In a move to speed online transaction processing (OLTP), Microsoft is adding in-memory capabilities into its SQL Server relational database management system.
The next version of SQL Server will feature the ability to host database tables or even entire databases within a server’s working memory. “Any application that is throttled by the I/O of a hard disk would benefit by [having its data] moved into memory,” said Doug Leland, Microsoft general manager. Currently Microsoft is testing this in-memory technology, codenamed Hekaton, with a number of customers.
By holding a database table in memory, a server can execute transactions using that table much more quickly because the database server doesn’t have to immediately read data from, nor write data to, a disk. Microsoft predicts that its in-memory technology can run transaction 50 times faster than a standard SQL Server setup.
The Hekaton technology is geared for OLTP workloads, such as online banking systems, ERP (enterprise resource planning) systems, and other heavily used disk-bound transactional systems, Leland said. Hekaton runs only on a single server, though it has no hard limit on how much memory it can use, so it can scale up to however much RAM can be installed on a single server.
Hekaton maintains all the ACID (atomicity, consistency, isolation, durability) properties required of relational databases. It writes serialised transaction logs in-memory and then periodically writes these logs to disk, Leland said. The software uses a number of compression algorithms to fit more data in memory. For instance, the content is stored in a column store, so like data types are clustered together.
To help database administrators deploy the in-memory technology, the next version of SQL Server will include a tool to easily designate databases or individual database tables that can be run in memory. No changes will be required of the applications that use these databases. Additionally, Hekaton will be able to compile store-procedures so that they run in-memory as well. “You can compile your stored procedures and run them as native machine code,” Leland said.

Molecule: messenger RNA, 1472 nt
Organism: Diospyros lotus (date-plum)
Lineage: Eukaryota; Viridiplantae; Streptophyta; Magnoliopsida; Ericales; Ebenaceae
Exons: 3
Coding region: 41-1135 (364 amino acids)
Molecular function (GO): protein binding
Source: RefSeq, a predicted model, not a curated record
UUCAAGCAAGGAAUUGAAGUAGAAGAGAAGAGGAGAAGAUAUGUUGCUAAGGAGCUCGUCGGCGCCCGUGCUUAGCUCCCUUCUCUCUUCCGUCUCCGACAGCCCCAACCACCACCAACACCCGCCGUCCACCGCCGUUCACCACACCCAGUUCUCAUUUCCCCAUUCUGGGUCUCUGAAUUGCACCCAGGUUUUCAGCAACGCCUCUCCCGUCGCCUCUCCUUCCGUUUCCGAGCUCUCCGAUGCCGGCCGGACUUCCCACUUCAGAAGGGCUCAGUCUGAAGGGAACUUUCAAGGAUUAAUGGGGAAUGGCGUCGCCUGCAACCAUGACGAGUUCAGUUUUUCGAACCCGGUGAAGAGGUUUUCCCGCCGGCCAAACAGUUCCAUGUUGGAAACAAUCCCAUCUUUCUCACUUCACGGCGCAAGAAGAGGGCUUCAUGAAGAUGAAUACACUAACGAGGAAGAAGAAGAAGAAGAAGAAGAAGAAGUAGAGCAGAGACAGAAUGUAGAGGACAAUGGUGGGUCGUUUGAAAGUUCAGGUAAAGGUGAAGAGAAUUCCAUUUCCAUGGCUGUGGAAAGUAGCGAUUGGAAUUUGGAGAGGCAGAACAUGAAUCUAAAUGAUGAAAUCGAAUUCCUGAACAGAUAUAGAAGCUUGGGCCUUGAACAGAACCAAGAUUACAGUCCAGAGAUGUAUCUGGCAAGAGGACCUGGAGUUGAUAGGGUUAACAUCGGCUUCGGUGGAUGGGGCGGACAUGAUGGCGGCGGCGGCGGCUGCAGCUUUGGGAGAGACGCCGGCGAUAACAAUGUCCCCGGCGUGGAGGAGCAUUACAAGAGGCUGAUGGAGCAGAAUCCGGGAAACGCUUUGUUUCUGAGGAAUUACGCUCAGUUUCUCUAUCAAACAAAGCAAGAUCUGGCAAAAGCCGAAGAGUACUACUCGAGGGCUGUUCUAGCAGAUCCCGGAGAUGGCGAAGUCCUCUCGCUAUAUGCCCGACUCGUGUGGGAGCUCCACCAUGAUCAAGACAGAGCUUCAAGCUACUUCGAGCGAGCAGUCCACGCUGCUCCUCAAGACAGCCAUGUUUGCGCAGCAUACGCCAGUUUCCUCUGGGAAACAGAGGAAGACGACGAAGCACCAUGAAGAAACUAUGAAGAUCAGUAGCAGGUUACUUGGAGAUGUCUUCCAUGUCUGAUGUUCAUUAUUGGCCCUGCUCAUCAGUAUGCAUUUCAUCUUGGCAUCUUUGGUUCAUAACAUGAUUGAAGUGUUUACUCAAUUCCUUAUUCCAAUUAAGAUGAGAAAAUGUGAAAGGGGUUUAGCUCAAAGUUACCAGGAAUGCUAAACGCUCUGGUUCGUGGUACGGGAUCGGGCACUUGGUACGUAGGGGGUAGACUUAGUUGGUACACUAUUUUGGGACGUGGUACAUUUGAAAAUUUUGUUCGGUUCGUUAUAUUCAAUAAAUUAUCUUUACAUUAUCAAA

In-memory technologies have grown more popular among enterprises that want to process data more quickly. Oracle’s Exadata and SAP’s HANA both address this market as well. Grafting the in-memory technology into SQL Server itself will simplify the customer’s IT architecture because it eliminates the need to procure and maintain separate stand-alone in-memory technology, Leland argued.
Leland points out this is not Microsoft’s first foray into in-memory technology. Both PowerPivot and Power View use in-memory technologies to allow users to quickly manipulate large swaths of data within Excel.
Microsoft announced the new technology at the Professional Association for SQL Server (PASS) Summit, being held this week in Seattle. Microsoft unveiled a few other new products at the conference as well.
The company also announced that it would soon release the next version of its data warehouse appliance, SQL Server 2012 Parallel Data Warehouse (PDW). Using a new data processing engine called PolyBase, this version of PDW will be able to run queries against both relational data and non-relational data managed by Apache Hadoop. Hadoop queries will be channeled through the Apache Hive data warehouse software.
The company has also released SQL Server 2012 SP1 (Service Pack 1), which, among other features, includes the ability for Excel 2013 users to work directly with SQL Server data.
Microsoft did not divulge any details about when the next version of SQL Server would be released.